This is where part 2 comes in. In verses 4b-5 when David was told that it was the men of Jabesh Gilead who had buried Saul, he sent messengers to the men of Jabesh Gilead. The men of Jabesh Gilead were covenantally loyal to Saul because in 1 Samuel 11 Saul had organized an army of men and rescued them from the Ammonites. And now forty years later across the Jordan river they are still covenantally loyal to Saul. They risk their lives in 1 Samuel 31 to bury King Saul. David blesses them in the name of the Lord because of their covenant faithfulness to Saul in life and in death and he tells them, "May the Lord now show you kindness and faithfulness" (v. 6). David uses the same Hebrew word hesed in both verses, which clearly reflects that it is his hope that the Lord will show them the same covenant faithfulness in life and in death that they have shown to King Saul in life and in death. David then concludes in verse 6 with his own promise: "and I too will show you the same favor because you have done this." In other words, David is saying to them that the same hesed covenant kindness that comes from God in life and in death, he too will show to them.
It is clear in our text, that David is not caught up in political games of power. Abner has set up his own kingdom with his puppet king, Ish-Bosheth, son of Saul. Abner will soon march with his men to the edge of the land of Judah and there will be war between the house of David and the house of Saul. In the midst of that war, Abner will kill Joab's brother, Asahel (2 Sam. 2). Ish-Bosheth will confront Abner about sleeping with his father's concubine (2 Sam. 3:1-11), causing Abner to go over to David's side and thus uniting the kingdom under David (2 Sam. 3:12-21). Abner then will be murdered by David's commander Joab, brother of Asahel (2 Sam. 3:1-27). In chapter 4, Ish-Bosheth is murdered by his own men and his head brought to David. The next few chapters are one big cycle of manipulation, deception and murder. Yet in all those stories King David is not involved.
As our text begins this cycle of stories filled with manipulation, deception and murder, King David rises above it all. He sends a message to those loyal to Saul, thanking them for their covenant kindness and faithfulness to their former master, and asking that the Lord show them the same covenant kindness. He then promises them that he will show them that same covenant kindness. In verse 7, David tells them to "be strong and brave for Saul your master is dead." David is acknowledging that he is not their master but Saul's house is. David states that "the house of Judah has anointed me king over them." David is not an Abner. He does not make himself their king. An earthly king would have sent a message to the people of Jabesh Gilead that they should either follow him or be killed. "David is king of Judah! He is in charge now! Choose this day whom you shall serve, Ish-Bosheth or me!" That is the kind of situation that Abner wants to set up. But through it all David trusts in God's plan. David trusts in God's timing. He trusts that God in his good providence will give him the kingdom. And David's faith helps him know that he does not have to play this game of manipulation, deception and murder. That is why God uses the Hebrew word hesed to describe David's words to the people of Jabesh Gilead. Through the next few chapters as all of this develops, David rises above it. He does not fall into the trap. He allows God in his good time to bring about his ascension to the throne. And he keeps the promise of showing covenant faithfulness to the people of Israeleven those who are faithful to Saul.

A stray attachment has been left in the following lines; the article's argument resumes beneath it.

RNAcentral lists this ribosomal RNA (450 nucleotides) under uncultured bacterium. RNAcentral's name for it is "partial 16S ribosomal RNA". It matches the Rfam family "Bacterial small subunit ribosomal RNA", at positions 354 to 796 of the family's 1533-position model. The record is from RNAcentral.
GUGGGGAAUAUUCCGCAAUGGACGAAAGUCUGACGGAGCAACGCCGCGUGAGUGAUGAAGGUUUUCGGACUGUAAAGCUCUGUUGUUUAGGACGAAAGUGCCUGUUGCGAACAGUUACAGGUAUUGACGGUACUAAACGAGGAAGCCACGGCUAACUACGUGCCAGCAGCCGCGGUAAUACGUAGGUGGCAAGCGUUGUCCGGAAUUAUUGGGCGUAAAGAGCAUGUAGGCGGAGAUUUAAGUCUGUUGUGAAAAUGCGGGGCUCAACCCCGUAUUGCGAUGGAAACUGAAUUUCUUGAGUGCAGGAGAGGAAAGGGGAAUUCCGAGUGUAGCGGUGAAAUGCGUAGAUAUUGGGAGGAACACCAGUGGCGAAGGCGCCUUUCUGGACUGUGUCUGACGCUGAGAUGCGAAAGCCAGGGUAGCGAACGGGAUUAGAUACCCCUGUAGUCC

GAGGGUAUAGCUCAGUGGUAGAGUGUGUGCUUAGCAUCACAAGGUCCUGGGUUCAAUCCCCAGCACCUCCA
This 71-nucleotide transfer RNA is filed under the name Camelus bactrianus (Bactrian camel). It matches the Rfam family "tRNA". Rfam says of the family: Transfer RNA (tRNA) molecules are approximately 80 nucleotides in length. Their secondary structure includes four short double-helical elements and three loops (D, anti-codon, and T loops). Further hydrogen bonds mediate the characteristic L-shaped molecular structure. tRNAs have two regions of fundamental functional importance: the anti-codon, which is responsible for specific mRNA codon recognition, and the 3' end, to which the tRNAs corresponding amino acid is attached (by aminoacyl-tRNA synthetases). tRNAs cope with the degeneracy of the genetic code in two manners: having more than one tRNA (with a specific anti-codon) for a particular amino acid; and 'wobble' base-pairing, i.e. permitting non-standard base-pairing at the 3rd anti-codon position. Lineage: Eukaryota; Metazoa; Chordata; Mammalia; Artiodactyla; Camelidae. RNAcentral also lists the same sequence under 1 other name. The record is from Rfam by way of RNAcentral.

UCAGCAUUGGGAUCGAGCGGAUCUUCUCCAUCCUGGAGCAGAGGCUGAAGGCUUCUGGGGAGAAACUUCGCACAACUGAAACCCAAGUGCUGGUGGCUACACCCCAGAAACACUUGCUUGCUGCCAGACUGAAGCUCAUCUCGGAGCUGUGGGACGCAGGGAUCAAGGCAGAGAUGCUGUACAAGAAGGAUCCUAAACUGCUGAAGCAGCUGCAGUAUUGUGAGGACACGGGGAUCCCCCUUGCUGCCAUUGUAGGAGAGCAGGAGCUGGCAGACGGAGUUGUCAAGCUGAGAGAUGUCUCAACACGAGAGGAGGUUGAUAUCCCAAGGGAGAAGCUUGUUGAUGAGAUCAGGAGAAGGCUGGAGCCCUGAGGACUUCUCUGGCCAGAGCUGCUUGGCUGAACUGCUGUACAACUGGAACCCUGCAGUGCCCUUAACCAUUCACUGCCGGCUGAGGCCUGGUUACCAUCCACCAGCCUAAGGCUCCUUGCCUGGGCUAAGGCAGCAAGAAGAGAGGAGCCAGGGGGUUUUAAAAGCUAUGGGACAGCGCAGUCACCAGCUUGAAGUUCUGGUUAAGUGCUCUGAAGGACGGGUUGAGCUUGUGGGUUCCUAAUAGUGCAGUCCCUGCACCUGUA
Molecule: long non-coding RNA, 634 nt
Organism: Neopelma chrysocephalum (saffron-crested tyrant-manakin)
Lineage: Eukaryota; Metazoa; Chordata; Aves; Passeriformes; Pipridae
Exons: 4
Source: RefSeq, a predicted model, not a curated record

But this will not last forever. Already at the beginning of this story, we see hints of the end of the story. The David at the beginning of this cycle of stories is not the same David at the end. Not long after David has been crowned king, he too will follow this same path of manipulation, deception, and murder. In 2 Samuel 11, at the time when kings go out to war, David is on the roof of his palace when he sees the wife of one of his mighty and faithful men, Uriah the Hittite. David sends for her and commits adultery with her. When David tries to cover up his sin by getting Uriah drunk and sending him home, Uriah will not go home. David then gives the order to have him killed in battle. And as a consequence of David's sin, Absalom, his own son will rise up against him. Absalom will go to Hebron in 2 Samuel 15 and will declare himself king. King David will be forced to flee Jerusalem and run for his life across the Jordan river because his son Absalom is trying to kill him. Once there, David will set up his temporary headquarters at Mahanaim (2 Sam. 17), the same place as Ish-Bosheth.